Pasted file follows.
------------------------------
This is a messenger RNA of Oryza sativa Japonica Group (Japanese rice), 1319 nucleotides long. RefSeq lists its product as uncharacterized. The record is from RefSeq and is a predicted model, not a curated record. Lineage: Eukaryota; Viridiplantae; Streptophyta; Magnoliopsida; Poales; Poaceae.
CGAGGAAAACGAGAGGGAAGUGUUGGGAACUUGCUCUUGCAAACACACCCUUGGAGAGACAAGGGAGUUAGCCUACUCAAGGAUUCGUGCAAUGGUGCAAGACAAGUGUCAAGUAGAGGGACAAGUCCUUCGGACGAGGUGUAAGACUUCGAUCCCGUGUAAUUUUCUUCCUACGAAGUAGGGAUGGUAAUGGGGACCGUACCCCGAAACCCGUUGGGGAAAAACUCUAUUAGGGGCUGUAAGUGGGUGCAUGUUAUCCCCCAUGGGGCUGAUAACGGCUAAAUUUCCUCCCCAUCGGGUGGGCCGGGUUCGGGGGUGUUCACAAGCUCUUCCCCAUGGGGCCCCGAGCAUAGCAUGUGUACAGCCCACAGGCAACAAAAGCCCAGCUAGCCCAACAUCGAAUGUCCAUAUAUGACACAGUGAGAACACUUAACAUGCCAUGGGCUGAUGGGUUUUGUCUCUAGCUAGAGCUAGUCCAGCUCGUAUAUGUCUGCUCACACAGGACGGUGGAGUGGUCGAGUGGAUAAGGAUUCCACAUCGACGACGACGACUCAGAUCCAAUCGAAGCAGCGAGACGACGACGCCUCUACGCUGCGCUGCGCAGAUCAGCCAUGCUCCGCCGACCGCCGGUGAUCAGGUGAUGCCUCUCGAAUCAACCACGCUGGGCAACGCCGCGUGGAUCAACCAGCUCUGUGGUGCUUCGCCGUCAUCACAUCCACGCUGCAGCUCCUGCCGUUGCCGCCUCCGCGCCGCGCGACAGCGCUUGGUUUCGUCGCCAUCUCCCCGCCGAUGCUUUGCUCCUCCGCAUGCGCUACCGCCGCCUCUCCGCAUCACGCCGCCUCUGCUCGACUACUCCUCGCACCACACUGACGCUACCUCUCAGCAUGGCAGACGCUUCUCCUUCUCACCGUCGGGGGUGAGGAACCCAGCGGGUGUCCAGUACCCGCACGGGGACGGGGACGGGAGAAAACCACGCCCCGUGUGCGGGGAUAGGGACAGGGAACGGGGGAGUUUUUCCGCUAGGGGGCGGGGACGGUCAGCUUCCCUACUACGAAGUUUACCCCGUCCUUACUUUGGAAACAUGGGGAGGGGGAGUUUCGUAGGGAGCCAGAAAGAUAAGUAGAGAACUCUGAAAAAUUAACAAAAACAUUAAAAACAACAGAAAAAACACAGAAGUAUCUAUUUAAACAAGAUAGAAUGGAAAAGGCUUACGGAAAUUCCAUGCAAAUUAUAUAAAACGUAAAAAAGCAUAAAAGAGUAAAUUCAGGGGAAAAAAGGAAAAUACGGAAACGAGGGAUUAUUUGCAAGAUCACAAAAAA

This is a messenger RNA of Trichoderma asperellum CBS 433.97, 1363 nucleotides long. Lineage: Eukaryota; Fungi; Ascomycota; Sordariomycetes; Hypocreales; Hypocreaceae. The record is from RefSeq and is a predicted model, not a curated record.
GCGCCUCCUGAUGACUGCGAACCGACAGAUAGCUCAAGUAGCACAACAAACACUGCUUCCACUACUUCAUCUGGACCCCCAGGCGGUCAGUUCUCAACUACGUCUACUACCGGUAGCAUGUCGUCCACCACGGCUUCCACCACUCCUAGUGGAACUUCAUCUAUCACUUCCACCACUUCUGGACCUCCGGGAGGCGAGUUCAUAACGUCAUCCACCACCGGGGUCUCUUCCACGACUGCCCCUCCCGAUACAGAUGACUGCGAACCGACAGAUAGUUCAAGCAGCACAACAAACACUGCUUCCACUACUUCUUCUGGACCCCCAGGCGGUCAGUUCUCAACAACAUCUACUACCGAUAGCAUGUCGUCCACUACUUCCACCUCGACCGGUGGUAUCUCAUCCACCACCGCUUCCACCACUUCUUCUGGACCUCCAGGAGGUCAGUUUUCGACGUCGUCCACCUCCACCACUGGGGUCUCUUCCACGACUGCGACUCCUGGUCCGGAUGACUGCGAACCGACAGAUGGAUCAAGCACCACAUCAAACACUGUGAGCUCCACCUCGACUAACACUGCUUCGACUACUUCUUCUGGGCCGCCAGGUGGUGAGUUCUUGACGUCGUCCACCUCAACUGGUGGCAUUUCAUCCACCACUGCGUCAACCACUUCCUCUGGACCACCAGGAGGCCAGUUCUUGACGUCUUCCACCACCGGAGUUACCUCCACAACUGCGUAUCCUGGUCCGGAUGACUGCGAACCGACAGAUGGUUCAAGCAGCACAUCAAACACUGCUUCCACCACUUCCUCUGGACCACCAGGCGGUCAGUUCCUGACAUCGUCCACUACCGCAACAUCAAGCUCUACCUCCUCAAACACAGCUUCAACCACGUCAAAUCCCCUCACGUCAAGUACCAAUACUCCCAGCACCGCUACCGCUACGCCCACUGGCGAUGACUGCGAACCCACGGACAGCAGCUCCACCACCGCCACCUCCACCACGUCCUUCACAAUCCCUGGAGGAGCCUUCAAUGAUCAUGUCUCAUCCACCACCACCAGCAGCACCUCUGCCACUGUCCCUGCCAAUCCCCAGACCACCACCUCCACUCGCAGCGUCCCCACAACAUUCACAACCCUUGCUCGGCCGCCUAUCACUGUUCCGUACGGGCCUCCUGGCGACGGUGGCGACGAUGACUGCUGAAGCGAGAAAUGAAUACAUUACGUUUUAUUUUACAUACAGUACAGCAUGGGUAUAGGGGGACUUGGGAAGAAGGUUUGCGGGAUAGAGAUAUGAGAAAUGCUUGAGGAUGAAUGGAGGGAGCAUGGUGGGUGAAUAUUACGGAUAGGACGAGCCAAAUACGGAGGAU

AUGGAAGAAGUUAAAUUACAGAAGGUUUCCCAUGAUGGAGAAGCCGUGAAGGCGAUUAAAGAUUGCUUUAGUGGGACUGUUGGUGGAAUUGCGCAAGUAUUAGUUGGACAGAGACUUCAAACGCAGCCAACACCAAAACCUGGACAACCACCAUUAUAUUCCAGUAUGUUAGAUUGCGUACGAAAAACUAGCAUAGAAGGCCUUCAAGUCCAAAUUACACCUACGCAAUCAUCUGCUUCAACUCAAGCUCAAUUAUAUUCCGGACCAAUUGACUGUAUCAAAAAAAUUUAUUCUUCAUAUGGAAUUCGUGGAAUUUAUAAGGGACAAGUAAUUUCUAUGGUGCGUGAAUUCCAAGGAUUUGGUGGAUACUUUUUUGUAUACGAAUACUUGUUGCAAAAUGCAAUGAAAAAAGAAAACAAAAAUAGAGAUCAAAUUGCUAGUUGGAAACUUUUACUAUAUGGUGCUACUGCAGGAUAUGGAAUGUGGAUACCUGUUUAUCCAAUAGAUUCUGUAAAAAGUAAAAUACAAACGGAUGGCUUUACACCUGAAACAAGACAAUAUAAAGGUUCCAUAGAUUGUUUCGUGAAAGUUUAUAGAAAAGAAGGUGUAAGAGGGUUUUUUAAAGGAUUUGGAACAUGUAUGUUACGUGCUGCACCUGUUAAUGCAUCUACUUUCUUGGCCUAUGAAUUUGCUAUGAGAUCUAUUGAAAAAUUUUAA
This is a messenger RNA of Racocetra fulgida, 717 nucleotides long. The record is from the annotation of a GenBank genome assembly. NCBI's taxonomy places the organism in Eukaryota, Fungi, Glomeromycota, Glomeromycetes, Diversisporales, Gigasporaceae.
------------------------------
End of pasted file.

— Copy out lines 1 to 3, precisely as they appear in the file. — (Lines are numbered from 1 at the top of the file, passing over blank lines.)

This is a messenger RNA of Oryza sativa Japonica Group (Japanese rice), 1319 nucleotides long. RefSeq lists its product as uncharacterized. The record is from RefSeq and is a predicted model, not a curated record. Lineage: Eukaryota; Viridiplantae; Streptophyta; Magnoliopsida; Poales; Poaceae.
CGAGGAAAACGAGAGGGAAGUGUUGGGAACUUGCUCUUGCAAACACACCCUUGGAGAGACAAGGGAGUUAGCCUACUCAAGGAUUCGUGCAAUGGUGCAAGACAAGUGUCAAGUAGAGGGACAAGUCCUUCGGACGAGGUGUAAGACUUCGAUCCCGUGUAAUUUUCUUCCUACGAAGUAGGGAUGGUAAUGGGGACCGUACCCCGAAACCCGUUGGGGAAAAACUCUAUUAGGGGCUGUAAGUGGGUGCAUGUUAUCCCCCAUGGGGCUGAUAACGGCUAAAUUUCCUCCCCAUCGGGUGGGCCGGGUUCGGGGGUGUUCACAAGCUCUUCCCCAUGGGGCCCCGAGCAUAGCAUGUGUACAGCCCACAGGCAACAAAAGCCCAGCUAGCCCAACAUCGAAUGUCCAUAUAUGACACAGUGAGAACACUUAACAUGCCAUGGGCUGAUGGGUUUUGUCUCUAGCUAGAGCUAGUCCAGCUCGUAUAUGUCUGCUCACACAGGACGGUGGAGUGGUCGAGUGGAUAAGGAUUCCACAUCGACGACGACGACUCAGAUCCAAUCGAAGCAGCGAGACGACGACGCCUCUACGCUGCGCUGCGCAGAUCAGCCAUGCUCCGCCGACCGCCGGUGAUCAGGUGAUGCCUCUCGAAUCAACCACGCUGGGCAACGCCGCGUGGAUCAACCAGCUCUGUGGUGCUUCGCCGUCAUCACAUCCACGCUGCAGCUCCUGCCGUUGCCGCCUCCGCGCCGCGCGACAGCGCUUGGUUUCGUCGCCAUCUCCCCGCCGAUGCUUUGCUCCUCCGCAUGCGCUACCGCCGCCUCUCCGCAUCACGCCGCCUCUGCUCGACUACUCCUCGCACCACACUGACGCUACCUCUCAGCAUGGCAGACGCUUCUCCUUCUCACCGUCGGGGGUGAGGAACCCAGCGGGUGUCCAGUACCCGCACGGGGACGGGGACGGGAGAAAACCACGCCCCGUGUGCGGGGAUAGGGACAGGGAACGGGGGAGUUUUUCCGCUAGGGGGCGGGGACGGUCAGCUUCCCUACUACGAAGUUUACCCCGUCCUUACUUUGGAAACAUGGGGAGGGGGAGUUUCGUAGGGAGCCAGAAAGAUAAGUAGAGAACUCUGAAAAAUUAACAAAAACAUUAAAAACAACAGAAAAAACACAGAAGUAUCUAUUUAAACAAGAUAGAAUGGAAAAGGCUUACGGAAAUUCCAUGCAAAUUAUAUAAAACGUAAAAAAGCAUAAAAGAGUAAAUUCAGGGGAAAAAAGGAAAAUACGGAAACGAGGGAUUAUUUGCAAGAUCACAAAAAA

This is a messenger RNA of Trichoderma asperellum CBS 433.97, 1363 nucleotides long. Lineage: Eukaryota; Fungi; Ascomycota; Sordariomycetes; Hypocreales; Hypocreaceae. The record is from RefSeq and is a predicted model, not a curated record.